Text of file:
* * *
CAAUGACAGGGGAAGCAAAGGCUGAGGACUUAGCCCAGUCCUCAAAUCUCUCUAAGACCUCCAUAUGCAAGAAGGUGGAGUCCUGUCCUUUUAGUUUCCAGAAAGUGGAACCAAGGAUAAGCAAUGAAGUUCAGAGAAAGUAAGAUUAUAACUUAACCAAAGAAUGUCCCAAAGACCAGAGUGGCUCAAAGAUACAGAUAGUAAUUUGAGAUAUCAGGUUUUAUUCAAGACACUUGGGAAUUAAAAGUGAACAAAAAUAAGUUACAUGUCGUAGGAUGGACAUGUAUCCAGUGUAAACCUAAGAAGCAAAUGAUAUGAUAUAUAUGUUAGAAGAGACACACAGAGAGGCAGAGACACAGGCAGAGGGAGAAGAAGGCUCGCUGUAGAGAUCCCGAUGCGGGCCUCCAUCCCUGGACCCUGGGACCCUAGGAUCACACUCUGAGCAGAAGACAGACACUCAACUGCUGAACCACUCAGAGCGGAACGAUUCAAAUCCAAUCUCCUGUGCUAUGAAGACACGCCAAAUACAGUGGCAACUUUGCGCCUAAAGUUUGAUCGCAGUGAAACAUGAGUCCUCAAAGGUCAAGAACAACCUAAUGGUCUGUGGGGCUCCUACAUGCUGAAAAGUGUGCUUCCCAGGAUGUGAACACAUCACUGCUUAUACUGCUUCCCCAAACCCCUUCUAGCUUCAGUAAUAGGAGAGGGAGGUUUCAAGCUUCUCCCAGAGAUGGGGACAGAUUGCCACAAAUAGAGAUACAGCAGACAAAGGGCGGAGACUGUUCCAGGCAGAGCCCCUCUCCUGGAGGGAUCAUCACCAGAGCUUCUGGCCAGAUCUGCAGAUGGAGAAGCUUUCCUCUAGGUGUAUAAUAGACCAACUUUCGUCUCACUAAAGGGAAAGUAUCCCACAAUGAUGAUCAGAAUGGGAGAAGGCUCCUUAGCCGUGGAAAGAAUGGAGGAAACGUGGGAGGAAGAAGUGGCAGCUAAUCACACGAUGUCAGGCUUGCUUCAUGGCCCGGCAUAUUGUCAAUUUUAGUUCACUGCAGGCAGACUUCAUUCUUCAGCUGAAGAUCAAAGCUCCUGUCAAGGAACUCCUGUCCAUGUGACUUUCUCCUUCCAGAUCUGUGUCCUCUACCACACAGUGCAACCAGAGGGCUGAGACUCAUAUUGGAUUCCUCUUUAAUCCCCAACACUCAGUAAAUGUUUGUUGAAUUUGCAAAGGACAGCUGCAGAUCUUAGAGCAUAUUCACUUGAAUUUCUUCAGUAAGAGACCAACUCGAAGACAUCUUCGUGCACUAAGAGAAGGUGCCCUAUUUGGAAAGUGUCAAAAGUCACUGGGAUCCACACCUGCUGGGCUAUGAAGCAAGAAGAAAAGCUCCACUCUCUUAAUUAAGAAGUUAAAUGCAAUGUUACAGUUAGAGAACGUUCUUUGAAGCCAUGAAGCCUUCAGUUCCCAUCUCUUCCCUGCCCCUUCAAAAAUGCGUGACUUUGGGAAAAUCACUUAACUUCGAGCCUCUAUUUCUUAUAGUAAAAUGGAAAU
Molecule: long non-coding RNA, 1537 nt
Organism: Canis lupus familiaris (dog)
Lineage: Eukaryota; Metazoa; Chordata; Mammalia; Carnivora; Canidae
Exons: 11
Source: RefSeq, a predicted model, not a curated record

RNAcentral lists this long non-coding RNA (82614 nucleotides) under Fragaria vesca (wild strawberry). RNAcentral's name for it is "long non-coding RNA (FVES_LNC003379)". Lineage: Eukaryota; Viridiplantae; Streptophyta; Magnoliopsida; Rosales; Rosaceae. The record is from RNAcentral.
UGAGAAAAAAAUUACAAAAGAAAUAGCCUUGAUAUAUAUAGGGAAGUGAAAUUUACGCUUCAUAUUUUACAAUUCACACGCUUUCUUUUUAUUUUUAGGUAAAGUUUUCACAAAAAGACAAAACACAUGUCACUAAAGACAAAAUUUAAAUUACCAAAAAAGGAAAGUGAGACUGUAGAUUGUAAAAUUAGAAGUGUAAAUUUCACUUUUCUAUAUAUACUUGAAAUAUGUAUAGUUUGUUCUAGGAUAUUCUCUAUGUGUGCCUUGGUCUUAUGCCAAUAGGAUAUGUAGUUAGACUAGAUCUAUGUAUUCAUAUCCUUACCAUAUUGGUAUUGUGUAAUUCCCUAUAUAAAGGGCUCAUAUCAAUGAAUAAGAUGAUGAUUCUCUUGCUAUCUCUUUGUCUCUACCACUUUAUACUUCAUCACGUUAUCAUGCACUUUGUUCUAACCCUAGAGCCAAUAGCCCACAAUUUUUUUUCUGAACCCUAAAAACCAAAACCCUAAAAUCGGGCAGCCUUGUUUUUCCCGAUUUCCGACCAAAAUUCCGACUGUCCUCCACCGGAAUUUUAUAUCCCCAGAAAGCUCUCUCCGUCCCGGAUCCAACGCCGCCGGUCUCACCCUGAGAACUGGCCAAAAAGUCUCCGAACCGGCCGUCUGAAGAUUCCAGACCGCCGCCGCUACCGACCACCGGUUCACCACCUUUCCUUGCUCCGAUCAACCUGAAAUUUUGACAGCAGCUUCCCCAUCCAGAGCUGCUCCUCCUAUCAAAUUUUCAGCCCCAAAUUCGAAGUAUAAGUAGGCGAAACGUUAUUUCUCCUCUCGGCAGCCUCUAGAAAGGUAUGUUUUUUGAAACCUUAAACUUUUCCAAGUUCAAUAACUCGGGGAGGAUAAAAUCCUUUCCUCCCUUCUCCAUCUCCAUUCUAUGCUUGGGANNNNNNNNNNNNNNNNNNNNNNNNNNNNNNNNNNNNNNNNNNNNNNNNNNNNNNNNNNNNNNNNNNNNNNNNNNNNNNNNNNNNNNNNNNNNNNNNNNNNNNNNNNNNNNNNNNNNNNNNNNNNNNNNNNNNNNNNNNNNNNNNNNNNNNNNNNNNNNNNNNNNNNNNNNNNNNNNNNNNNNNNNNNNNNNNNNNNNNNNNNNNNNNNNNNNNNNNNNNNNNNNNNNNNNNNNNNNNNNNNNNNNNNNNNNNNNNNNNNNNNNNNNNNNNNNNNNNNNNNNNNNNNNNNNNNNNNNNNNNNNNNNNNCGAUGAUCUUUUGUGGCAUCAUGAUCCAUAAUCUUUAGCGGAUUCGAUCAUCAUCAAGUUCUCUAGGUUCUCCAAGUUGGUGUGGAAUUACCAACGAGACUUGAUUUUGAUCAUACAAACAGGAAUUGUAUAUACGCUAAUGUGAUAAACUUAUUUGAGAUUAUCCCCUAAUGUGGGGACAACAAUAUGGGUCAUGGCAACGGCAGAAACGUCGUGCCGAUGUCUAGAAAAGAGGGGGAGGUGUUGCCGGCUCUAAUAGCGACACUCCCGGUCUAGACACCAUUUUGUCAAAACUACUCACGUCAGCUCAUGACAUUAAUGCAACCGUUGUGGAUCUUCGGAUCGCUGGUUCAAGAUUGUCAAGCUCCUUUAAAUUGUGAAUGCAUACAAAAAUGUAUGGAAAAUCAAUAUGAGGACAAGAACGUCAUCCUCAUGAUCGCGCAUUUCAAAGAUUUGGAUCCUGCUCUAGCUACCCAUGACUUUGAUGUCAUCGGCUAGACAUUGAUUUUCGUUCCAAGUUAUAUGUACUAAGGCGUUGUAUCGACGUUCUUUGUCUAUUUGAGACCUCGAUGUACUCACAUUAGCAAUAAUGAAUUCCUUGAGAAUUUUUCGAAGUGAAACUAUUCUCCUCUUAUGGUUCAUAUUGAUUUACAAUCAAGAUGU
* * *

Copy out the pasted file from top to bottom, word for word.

CAAUGACAGGGGAAGCAAAGGCUGAGGACUUAGCCCAGUCCUCAAAUCUCUCUAAGACCUCCAUAUGCAAGAAGGUGGAGUCCUGUCCUUUUAGUUUCCAGAAAGUGGAACCAAGGAUAAGCAAUGAAGUUCAGAGAAAGUAAGAUUAUAACUUAACCAAAGAAUGUCCCAAAGACCAGAGUGGCUCAAAGAUACAGAUAGUAAUUUGAGAUAUCAGGUUUUAUUCAAGACACUUGGGAAUUAAAAGUGAACAAAAAUAAGUUACAUGUCGUAGGAUGGACAUGUAUCCAGUGUAAACCUAAGAAGCAAAUGAUAUGAUAUAUAUGUUAGAAGAGACACACAGAGAGGCAGAGACACAGGCAGAGGGAGAAGAAGGCUCGCUGUAGAGAUCCCGAUGCGGGCCUCCAUCCCUGGACCCUGGGACCCUAGGAUCACACUCUGAGCAGAAGACAGACACUCAACUGCUGAACCACUCAGAGCGGAACGAUUCAAAUCCAAUCUCCUGUGCUAUGAAGACACGCCAAAUACAGUGGCAACUUUGCGCCUAAAGUUUGAUCGCAGUGAAACAUGAGUCCUCAAAGGUCAAGAACAACCUAAUGGUCUGUGGGGCUCCUACAUGCUGAAAAGUGUGCUUCCCAGGAUGUGAACACAUCACUGCUUAUACUGCUUCCCCAAACCCCUUCUAGCUUCAGUAAUAGGAGAGGGAGGUUUCAAGCUUCUCCCAGAGAUGGGGACAGAUUGCCACAAAUAGAGAUACAGCAGACAAAGGGCGGAGACUGUUCCAGGCAGAGCCCCUCUCCUGGAGGGAUCAUCACCAGAGCUUCUGGCCAGAUCUGCAGAUGGAGAAGCUUUCCUCUAGGUGUAUAAUAGACCAACUUUCGUCUCACUAAAGGGAAAGUAUCCCACAAUGAUGAUCAGAAUGGGAGAAGGCUCCUUAGCCGUGGAAAGAAUGGAGGAAACGUGGGAGGAAGAAGUGGCAGCUAAUCACACGAUGUCAGGCUUGCUUCAUGGCCCGGCAUAUUGUCAAUUUUAGUUCACUGCAGGCAGACUUCAUUCUUCAGCUGAAGAUCAAAGCUCCUGUCAAGGAACUCCUGUCCAUGUGACUUUCUCCUUCCAGAUCUGUGUCCUCUACCACACAGUGCAACCAGAGGGCUGAGACUCAUAUUGGAUUCCUCUUUAAUCCCCAACACUCAGUAAAUGUUUGUUGAAUUUGCAAAGGACAGCUGCAGAUCUUAGAGCAUAUUCACUUGAAUUUCUUCAGUAAGAGACCAACUCGAAGACAUCUUCGUGCACUAAGAGAAGGUGCCCUAUUUGGAAAGUGUCAAAAGUCACUGGGAUCCACACCUGCUGGGCUAUGAAGCAAGAAGAAAAGCUCCACUCUCUUAAUUAAGAAGUUAAAUGCAAUGUUACAGUUAGAGAACGUUCUUUGAAGCCAUGAAGCCUUCAGUUCCCAUCUCUUCCCUGCCCCUUCAAAAAUGCGUGACUUUGGGAAAAUCACUUAACUUCGAGCCUCUAUUUCUUAUAGUAAAAUGGAAAU
Molecule: long non-coding RNA, 1537 nt
Organism: Canis lupus familiaris (dog)
Lineage: Eukaryota; Metazoa; Chordata; Mammalia; Carnivora; Canidae
Exons: 11
Source: RefSeq, a predicted model, not a curated record

RNAcentral lists this long non-coding RNA (82614 nucleotides) under Fragaria vesca (wild strawberry). RNAcentral's name for it is "long non-coding RNA (FVES_LNC003379)". Lineage: Eukaryota; Viridiplantae; Streptophyta; Magnoliopsida; Rosales; Rosaceae. The record is from RNAcentral.
UGAGAAAAAAAUUACAAAAGAAAUAGCCUUGAUAUAUAUAGGGAAGUGAAAUUUACGCUUCAUAUUUUACAAUUCACACGCUUUCUUUUUAUUUUUAGGUAAAGUUUUCACAAAAAGACAAAACACAUGUCACUAAAGACAAAAUUUAAAUUACCAAAAAAGGAAAGUGAGACUGUAGAUUGUAAAAUUAGAAGUGUAAAUUUCACUUUUCUAUAUAUACUUGAAAUAUGUAUAGUUUGUUCUAGGAUAUUCUCUAUGUGUGCCUUGGUCUUAUGCCAAUAGGAUAUGUAGUUAGACUAGAUCUAUGUAUUCAUAUCCUUACCAUAUUGGUAUUGUGUAAUUCCCUAUAUAAAGGGCUCAUAUCAAUGAAUAAGAUGAUGAUUCUCUUGCUAUCUCUUUGUCUCUACCACUUUAUACUUCAUCACGUUAUCAUGCACUUUGUUCUAACCCUAGAGCCAAUAGCCCACAAUUUUUUUUCUGAACCCUAAAAACCAAAACCCUAAAAUCGGGCAGCCUUGUUUUUCCCGAUUUCCGACCAAAAUUCCGACUGUCCUCCACCGGAAUUUUAUAUCCCCAGAAAGCUCUCUCCGUCCCGGAUCCAACGCCGCCGGUCUCACCCUGAGAACUGGCCAAAAAGUCUCCGAACCGGCCGUCUGAAGAUUCCAGACCGCCGCCGCUACCGACCACCGGUUCACCACCUUUCCUUGCUCCGAUCAACCUGAAAUUUUGACAGCAGCUUCCCCAUCCAGAGCUGCUCCUCCUAUCAAAUUUUCAGCCCCAAAUUCGAAGUAUAAGUAGGCGAAACGUUAUUUCUCCUCUCGGCAGCCUCUAGAAAGGUAUGUUUUUUGAAACCUUAAACUUUUCCAAGUUCAAUAACUCGGGGAGGAUAAAAUCCUUUCCUCCCUUCUCCAUCUCCAUUCUAUGCUUGGGANNNNNNNNNNNNNNNNNNNNNNNNNNNNNNNNNNNNNNNNNNNNNNNNNNNNNNNNNNNNNNNNNNNNNNNNNNNNNNNNNNNNNNNNNNNNNNNNNNNNNNNNNNNNNNNNNNNNNNNNNNNNNNNNNNNNNNNNNNNNNNNNNNNNNNNNNNNNNNNNNNNNNNNNNNNNNNNNNNNNNNNNNNNNNNNNNNNNNNNNNNNNNNNNNNNNNNNNNNNNNNNNNNNNNNNNNNNNNNNNNNNNNNNNNNNNNNNNNNNNNNNNNNNNNNNNNNNNNNNNNNNNNNNNNNNNNNNNNNNNNNNNNNNCGAUGAUCUUUUGUGGCAUCAUGAUCCAUAAUCUUUAGCGGAUUCGAUCAUCAUCAAGUUCUCUAGGUUCUCCAAGUUGGUGUGGAAUUACCAACGAGACUUGAUUUUGAUCAUACAAACAGGAAUUGUAUAUACGCUAAUGUGAUAAACUUAUUUGAGAUUAUCCCCUAAUGUGGGGACAACAAUAUGGGUCAUGGCAACGGCAGAAACGUCGUGCCGAUGUCUAGAAAAGAGGGGGAGGUGUUGCCGGCUCUAAUAGCGACACUCCCGGUCUAGACACCAUUUUGUCAAAACUACUCACGUCAGCUCAUGACAUUAAUGCAACCGUUGUGGAUCUUCGGAUCGCUGGUUCAAGAUUGUCAAGCUCCUUUAAAUUGUGAAUGCAUACAAAAAUGUAUGGAAAAUCAAUAUGAGGACAAGAACGUCAUCCUCAUGAUCGCGCAUUUCAAAGAUUUGGAUCCUGCUCUAGCUACCCAUGACUUUGAUGUCAUCGGCUAGACAUUGAUUUUCGUUCCAAGUUAUAUGUACUAAGGCGUUGUAUCGACGUUCUUUGUCUAUUUGAGACCUCGAUGUACUCACAUUAGCAAUAAUGAAUUCCUUGAGAAUUUUUCGAAGUGAAACUAUUCUCCUCUUAUGGUUCAUAUUGAUUUACAAUCAAGAUGU